In 2021, Americans suddenly started quitting their jobs. An estimated 25% of the workforce left their jobs; 4.3 million people did so in August alone. It was a “substantial increase” from pre-pandemic days.
Workers were sick of stagnating wages and a low quality of life as the cost of living climbed higher and higher. Restrictions during the COVID-19 pandemic forced people to stay home, where they realized life was about more than a 9-to-5 job and began to rethink how they lived and worked. They wanted more family time and less time commuting.
Psychologist Anthony Klotz calls it "the Great Resignation."
As companies work to figure out how to retain their best employees and attract the talent who is suddenly unemployed but looking for remote work, fewer days in the office or one of the other new paradigms that came with this new employment reality.
Jerry Quinn is the chief operating officer of the American Armed Forces Mutual Aid Association (AAFMAA) and a 36-year Army officer who is still serving as a reservist. He says the Great Resignation is also an opportunity for veterans and separating service members, who are uniquely positioned to succeed in this new environment.
"Businesses out there are redesigning the way they deliver for their customers, whatever industry that might be in," Quinn tells Military.com. "If I were transitioning right now, this would be my time to really identify what it is I want to do, be sure I'm skilled up and get on board with a new career employer."
AAFMAA is a nonprofit organization that provides insurance, wealth management and other financial services for military members and their families. Like many other businesses, it had to adapt to the new reality, integrating new technologies and adopting remote work for some of its employees.
Remote work, Quinn says, has opened up opportunities for veterans they may not have had access to while in-office work was the norm. Just as AAFMAA identifies jobs and enables careers for remote work, the opportunities are so plentiful in the new environment that veterans can find them almost anywhere.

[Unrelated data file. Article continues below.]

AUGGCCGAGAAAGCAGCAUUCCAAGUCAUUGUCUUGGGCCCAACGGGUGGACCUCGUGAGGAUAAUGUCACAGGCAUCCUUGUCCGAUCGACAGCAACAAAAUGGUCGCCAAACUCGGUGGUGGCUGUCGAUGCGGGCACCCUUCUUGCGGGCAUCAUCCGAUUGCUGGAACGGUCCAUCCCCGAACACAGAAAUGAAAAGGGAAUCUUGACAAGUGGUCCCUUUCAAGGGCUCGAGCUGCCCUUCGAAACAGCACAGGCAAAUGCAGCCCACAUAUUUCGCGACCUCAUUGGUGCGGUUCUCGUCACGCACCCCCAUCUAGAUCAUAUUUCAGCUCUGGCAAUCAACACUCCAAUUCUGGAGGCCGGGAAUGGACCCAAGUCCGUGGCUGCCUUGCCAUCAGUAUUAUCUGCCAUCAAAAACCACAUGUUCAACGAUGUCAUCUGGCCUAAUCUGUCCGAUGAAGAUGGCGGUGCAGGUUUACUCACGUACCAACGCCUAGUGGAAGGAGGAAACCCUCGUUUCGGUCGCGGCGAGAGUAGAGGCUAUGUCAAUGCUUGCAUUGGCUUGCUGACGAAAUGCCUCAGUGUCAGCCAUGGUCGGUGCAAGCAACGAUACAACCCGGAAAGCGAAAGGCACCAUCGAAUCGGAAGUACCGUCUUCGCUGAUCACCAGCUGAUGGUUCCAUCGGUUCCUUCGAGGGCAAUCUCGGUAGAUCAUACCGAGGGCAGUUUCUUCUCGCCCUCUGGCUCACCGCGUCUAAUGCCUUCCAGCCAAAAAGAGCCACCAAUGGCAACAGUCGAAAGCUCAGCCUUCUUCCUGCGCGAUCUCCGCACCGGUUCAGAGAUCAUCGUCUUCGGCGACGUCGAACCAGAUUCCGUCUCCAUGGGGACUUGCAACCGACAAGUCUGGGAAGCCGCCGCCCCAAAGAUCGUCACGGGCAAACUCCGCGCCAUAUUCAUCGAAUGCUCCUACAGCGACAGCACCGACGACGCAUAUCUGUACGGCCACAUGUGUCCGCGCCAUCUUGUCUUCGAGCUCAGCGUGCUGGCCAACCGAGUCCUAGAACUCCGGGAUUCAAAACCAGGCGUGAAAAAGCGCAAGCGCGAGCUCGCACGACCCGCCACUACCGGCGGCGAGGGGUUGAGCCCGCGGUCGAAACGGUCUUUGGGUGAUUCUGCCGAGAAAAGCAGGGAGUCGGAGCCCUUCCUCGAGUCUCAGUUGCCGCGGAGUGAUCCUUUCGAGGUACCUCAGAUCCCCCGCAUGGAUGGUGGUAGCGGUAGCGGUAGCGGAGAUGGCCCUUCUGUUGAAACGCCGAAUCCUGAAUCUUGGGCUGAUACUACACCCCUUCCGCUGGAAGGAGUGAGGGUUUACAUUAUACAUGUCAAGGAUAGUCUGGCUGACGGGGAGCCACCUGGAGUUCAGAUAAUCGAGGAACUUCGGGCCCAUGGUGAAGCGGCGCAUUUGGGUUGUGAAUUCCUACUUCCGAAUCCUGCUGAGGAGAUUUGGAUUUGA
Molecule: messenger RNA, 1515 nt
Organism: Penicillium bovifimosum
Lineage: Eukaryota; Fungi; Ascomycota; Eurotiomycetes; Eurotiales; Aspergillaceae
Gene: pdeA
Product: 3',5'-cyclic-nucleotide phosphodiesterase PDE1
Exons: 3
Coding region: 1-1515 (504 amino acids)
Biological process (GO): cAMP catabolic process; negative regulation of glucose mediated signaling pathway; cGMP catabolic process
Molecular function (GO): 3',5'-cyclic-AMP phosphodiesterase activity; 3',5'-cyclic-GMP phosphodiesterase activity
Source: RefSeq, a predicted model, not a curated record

Those who are interested in careers where remote work isn't possible, such as skilled trades, hospitality and other economic sectors, shortages of good employees mean there are physical openings there, too.
"The information we get from our nonprofit partners, the trends we're seeing in employment and business, all point to opportunities for people interested in those industries," he says. "A fair number of jobs exist there, and people are coming back to patronize those places and services. This is a time when people are able to pick and choose where they want to work."
A new, remote-friendly environment is also good for the military spouse, Quinn notes. As military members change duty stations frequently, their spouse will move with them, uprooting them from their current work and forcing them to find new employment. Remote work is an opportunity to hold a long-term position, an opportunity that may not have existed previously.
"We have recognized that military spouses are unemployed or underemployed at significantly higher rates than most families," he says. "Nearly a third of spouses experience this because of the unique dynamics associated with the military family."
The good news is that veterans and other military-connected people also have unique resources available to them that will aid them in taking advantage of this employment environment.
For transitioning service members, the Department of Defense SkillBridge program allows them to work in training opportunities, internships and apprenticeships during the last 180 days of their enlistment while still receiving full pay and benefits. AAFMAA hires SkillBridge fellows, and its most recent was 100% remote, learning everything he might have learned in an office environment.
One of Quinn's favorite resources is American Corporate Partners (ACP), a nonprofit that pairs service members and veterans with a mentor, one currently working in corporate leadership. Mentorship, he says, is one of the most important assets a veteran can have in their lives. When he was coming out of active duty, a mentor was the one thing he wished he could have had.
Quinn also notes that HireMilitary is an excellent resource for veterans and spouses, as it was founded by veterans to help find meaningful employment for military-connected job seekers for the entirety of the transition life cycle.
These are just a couple of Quinn's favorite partners when it comes to veteran employment. Between the military branches, the Department of Defense and numerous nonprofit organizations, veterans and their family members have ample opportunity to take advantage of the new normal.
"I certainly hope that there's not a single veteran or active-duty member that feels fearful of the civilian job market," Quinn says. "I want to ensure that every service member can recognize the worth that they bring and encourage those that are thinking about a switch that it's not impossible. There are tons of resources out here to help you make that switch."
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